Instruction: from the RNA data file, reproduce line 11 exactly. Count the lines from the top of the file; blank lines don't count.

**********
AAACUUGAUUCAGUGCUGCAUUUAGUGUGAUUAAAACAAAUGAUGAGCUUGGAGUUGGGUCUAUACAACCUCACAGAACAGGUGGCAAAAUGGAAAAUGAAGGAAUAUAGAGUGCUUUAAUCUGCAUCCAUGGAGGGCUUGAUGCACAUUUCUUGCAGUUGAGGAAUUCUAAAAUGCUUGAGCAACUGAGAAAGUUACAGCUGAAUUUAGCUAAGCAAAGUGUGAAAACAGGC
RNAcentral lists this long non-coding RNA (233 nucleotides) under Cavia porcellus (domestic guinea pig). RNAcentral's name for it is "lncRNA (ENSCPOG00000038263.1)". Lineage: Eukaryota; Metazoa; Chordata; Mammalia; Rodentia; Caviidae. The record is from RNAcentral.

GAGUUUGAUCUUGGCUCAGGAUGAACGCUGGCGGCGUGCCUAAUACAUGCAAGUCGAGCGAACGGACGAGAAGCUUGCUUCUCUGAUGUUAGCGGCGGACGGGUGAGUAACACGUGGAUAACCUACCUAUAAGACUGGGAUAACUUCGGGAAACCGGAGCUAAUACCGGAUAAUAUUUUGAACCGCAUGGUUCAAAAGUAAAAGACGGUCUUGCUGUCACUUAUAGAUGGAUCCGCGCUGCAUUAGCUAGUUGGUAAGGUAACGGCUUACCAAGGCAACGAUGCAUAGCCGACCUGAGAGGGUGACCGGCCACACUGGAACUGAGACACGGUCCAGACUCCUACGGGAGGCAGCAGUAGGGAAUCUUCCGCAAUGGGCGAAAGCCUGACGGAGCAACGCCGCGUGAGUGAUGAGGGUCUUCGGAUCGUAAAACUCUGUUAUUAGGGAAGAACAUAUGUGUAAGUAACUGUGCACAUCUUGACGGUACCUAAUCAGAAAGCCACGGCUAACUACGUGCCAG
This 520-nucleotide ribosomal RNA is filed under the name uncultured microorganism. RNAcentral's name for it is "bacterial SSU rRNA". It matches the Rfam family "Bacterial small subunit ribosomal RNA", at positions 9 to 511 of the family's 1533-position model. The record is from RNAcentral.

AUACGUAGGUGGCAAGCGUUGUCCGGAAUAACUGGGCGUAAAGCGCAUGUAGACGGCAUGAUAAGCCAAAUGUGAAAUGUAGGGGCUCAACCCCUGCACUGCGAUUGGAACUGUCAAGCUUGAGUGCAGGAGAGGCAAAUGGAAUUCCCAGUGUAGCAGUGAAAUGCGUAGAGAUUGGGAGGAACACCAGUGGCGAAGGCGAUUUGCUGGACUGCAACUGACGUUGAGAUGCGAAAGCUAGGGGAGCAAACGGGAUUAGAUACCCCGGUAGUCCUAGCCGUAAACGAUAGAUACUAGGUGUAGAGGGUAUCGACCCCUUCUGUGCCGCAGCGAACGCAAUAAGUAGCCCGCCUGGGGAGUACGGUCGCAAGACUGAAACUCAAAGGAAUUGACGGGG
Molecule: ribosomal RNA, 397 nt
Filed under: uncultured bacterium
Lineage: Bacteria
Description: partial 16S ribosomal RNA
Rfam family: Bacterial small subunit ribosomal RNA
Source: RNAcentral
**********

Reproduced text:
Source: RNAcentral